[APAK logo] Issue #69, November 1st, 1996

Fanzine Countdown
October 11th to 31st, 1996

by Andy Hooper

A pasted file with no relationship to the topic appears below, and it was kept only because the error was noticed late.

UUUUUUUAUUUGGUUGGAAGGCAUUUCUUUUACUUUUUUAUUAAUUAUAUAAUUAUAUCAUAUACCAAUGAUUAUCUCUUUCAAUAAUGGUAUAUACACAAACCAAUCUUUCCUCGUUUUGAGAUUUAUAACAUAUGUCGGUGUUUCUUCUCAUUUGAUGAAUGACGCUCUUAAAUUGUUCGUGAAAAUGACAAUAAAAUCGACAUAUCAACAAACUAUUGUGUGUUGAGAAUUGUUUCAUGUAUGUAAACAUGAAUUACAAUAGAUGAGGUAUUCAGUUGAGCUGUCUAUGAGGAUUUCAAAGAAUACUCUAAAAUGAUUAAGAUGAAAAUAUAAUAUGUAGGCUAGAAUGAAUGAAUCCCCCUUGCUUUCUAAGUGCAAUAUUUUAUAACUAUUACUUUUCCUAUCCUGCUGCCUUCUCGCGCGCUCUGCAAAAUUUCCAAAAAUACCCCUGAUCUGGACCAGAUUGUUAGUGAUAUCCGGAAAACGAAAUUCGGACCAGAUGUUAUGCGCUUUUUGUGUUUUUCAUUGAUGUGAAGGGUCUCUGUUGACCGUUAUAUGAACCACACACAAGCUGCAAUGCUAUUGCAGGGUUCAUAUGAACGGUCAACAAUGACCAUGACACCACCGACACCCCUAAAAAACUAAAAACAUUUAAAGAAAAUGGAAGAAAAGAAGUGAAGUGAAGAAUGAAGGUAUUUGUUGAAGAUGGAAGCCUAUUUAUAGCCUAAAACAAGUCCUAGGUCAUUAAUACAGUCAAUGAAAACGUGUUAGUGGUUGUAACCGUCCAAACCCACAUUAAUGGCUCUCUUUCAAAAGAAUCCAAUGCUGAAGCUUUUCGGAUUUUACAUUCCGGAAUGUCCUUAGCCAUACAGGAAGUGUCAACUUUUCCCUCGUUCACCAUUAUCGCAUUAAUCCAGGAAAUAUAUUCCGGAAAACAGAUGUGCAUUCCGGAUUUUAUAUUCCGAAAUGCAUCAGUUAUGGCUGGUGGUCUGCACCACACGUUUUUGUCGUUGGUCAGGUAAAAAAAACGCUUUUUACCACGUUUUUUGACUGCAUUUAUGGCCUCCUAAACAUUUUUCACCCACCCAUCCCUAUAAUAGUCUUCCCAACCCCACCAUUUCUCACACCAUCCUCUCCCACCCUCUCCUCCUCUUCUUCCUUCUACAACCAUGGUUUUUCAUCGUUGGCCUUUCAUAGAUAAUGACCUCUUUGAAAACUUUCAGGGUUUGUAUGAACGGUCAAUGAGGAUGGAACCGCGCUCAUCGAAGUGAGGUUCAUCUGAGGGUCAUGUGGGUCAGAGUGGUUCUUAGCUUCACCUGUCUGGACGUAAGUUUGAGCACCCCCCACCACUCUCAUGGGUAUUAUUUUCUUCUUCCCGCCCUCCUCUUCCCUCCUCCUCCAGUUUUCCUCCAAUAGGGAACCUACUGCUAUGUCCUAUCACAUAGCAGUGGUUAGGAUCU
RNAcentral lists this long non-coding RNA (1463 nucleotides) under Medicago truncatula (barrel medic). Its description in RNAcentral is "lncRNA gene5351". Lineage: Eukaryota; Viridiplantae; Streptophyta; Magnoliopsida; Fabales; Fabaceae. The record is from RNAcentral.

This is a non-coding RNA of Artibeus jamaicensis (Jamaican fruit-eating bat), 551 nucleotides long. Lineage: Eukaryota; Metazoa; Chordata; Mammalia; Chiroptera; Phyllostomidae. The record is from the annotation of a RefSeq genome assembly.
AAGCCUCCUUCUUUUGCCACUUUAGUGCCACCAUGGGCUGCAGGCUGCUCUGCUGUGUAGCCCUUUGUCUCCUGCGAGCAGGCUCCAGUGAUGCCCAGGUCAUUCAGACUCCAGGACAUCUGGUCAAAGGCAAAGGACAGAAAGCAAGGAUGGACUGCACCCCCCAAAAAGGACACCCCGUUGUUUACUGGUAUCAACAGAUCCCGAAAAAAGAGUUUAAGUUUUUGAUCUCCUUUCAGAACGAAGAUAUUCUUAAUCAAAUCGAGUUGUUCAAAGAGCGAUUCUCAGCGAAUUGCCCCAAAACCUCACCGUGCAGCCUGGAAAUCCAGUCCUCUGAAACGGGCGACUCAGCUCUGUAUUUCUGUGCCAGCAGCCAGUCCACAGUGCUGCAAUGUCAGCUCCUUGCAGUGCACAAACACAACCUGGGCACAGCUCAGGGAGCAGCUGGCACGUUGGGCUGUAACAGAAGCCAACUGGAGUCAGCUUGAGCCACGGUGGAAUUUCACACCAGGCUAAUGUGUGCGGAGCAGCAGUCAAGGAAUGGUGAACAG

1. Stairway to Cleveland #3, for Anzapa by Marc Ortlieb, P.O. Box 215, Forest Hill 3131 Australia: Australian fanzine fandom has rather eluded my understanding over the 14-odd years I have been reading fanzines. There is only a tiny box of Oz fmz in my vast collection, largely because I have been willing to part with them over the years. Australian fanzines had rather dodgy reputation when I entered fanzine fandom, and I remember great slabs of Weberwoman's Wrevenge and Thyme left on the freebie tables at Brighton in '87, rejected by a whole Worldcon full of fanzine fans. Oh, if I could get my hands on them now! Anyway, I am finally beginning to attack this problem, and have been discovering that I really enjoy certain Australian fan writers, including Mr. Marc Ortlieb. While this is an apazine, and apparently reaching, what, 50 people?, it's the best thing I've read this month. Marc discusses the chaotic operations of his desk, encounters with children, in both his capacity as a teacher, and in changing his daughter's nappies, and offers a nifty piece of fan-fiction with actual stfnal content. Very good stuff, and the kind of thing that makes you lament that so much fine fan-writing is contributed to apas, and therefore read by far fewer readers than the work deserves.